MIT Chooses to Divest From Sudan
Amount to Be Divested and Companies Involved are Not Publicly Named
Ending months of speculation, MIT yesterday released a statement on the issue of divesting from corporations involved with the Sudanese government.
According to the statement, the MIT Corporation's Executive Committee has decided to review "the securities portfolios over which it may exercise direct investment discretion and will divest as appropriate for those portfolios to exclude securities that would violate MIT's investment principles."
The statement does not clearly state what these "investment principles" are, but does say that "MIT invests for the purpose of preserving the capital of MIT's endowment and earning a return on capital that is consistent with MIT's long-term investment horizon … [but] will not invest in a company whose actions or expressed attitudes are abhorrent to MIT."
It is not clear how much money may need to be divested or what companies may be involved. Secretary of the Corporation Kirk D. Kolenbrander said that "as a matter of policy, MIT does not discuss" its investments.
Kolenbrander added that assessments of MIT's investments have been made and that the MIT Investment Management Company "is in the process of making sure [all holdings are] in compliance" with MIT's investment policy. Kolenbrander declined to comment on how long it would take to achieve compliance.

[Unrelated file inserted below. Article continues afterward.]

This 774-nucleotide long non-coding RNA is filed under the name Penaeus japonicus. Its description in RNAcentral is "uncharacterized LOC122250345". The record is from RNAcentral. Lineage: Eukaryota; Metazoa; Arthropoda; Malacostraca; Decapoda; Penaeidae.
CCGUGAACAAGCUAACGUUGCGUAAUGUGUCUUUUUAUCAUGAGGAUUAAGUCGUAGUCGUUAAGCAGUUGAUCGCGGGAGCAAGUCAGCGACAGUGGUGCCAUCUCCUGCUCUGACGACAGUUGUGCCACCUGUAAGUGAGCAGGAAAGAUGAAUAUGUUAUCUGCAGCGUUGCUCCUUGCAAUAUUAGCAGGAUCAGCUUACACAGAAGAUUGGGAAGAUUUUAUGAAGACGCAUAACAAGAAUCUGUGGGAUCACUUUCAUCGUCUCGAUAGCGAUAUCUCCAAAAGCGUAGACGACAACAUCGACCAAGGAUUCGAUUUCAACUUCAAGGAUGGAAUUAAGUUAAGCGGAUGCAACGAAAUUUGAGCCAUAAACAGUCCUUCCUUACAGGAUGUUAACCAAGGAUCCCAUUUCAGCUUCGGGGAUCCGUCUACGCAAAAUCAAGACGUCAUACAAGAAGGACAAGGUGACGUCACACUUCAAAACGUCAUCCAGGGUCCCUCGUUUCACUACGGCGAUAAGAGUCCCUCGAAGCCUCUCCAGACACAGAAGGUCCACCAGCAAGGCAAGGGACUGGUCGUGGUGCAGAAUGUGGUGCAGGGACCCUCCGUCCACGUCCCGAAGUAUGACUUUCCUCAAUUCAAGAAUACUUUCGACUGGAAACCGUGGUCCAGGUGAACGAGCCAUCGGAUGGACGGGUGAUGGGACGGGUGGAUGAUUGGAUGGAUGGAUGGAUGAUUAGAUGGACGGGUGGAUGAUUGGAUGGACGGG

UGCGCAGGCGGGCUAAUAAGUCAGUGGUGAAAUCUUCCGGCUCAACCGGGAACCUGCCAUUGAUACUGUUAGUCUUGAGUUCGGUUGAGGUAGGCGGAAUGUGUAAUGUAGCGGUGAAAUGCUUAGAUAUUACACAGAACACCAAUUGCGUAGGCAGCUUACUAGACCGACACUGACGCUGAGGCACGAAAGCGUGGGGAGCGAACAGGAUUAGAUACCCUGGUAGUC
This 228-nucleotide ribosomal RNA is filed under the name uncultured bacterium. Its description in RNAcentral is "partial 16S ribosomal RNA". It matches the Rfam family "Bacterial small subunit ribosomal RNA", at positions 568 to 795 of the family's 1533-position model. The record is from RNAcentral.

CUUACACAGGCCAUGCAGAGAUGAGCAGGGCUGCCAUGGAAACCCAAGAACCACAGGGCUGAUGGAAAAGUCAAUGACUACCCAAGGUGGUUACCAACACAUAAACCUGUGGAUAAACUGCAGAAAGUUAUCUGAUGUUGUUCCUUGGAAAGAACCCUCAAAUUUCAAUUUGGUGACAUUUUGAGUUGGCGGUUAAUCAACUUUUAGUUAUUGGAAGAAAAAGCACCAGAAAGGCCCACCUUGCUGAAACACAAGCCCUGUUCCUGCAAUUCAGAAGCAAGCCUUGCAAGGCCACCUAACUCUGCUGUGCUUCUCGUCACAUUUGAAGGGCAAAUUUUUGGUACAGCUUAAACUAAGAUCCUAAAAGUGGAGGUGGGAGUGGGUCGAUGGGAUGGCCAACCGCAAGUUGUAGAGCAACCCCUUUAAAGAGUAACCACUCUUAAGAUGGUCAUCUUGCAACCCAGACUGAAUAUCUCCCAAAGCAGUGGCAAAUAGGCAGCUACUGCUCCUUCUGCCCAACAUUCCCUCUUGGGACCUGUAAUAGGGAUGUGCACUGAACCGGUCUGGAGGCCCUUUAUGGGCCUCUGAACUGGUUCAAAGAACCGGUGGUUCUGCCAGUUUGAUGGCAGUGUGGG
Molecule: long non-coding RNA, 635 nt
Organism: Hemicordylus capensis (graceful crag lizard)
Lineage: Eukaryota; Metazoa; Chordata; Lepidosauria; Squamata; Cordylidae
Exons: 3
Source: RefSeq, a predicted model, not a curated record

The Advisory Committee on Shareholder Responsibility passed its recommendations to the Executive Committee in early April. It is not clear if yesterday's statement agrees with the ACSR's recommendations, since the recommendation was not released publicly. Kolenbrander declined to comment on the issue.
MIT has been considering the issue of divestment since early September 2006. Since then, the MIT community has taken part in the debate by drafting and signing petitions on both sides of the issue. The Undergraduate Association and the Graduate Student Council passed a joint resolution supporting targeted divestment "from offending companies doing business with the genocidal government of Sudan."
Eric G. Weese G, former GSC president and a student member of the ACSR, declined to comment on yesterday's statement.
Kayvan Zainabadi G, who authored a petition supporting divestment, said that the statement is encouraging but added that he is "still cautiously optimistic." "We really have to see how and when it's implemented before we can pass any real judgement on the statement. … I really hope this time that the Corporation will attempt to include some of the leaders of the divestment movement and make the whole process much more transparent."
Mustafa G. Dafalla '09, who argued last fall that divestment is not constructive, said yesterday that the Corporation "spent a lot of time thinking about it … the statement was carefully crafted and the upper administration were under a lot of pressure, so the outcome doesn't really surprise me."
Dafalla and Zahir A. Dossa '07 traveled to Sudan in January 2007 in order to measure the feasibility of selling foot-powered irrigation pumps to farmers in the region. It was an early step in launching what both students said they hope will be a sustainable non-profit.
"I'll continue to work toward making positive changes," Dafalla said. "I hope that one day people will follow suit."
Students plan to continue sponsoring events designed to raise awareness about Darfur. There will be a "MIT Die-In 4 Darfur" held this Thursday at 11:45 a.m. in Lobby 7. The event, which Zainabadi helped organize, is sponsored by MIT-STAND (a student anti-genocide coalition) and Grad Hillel.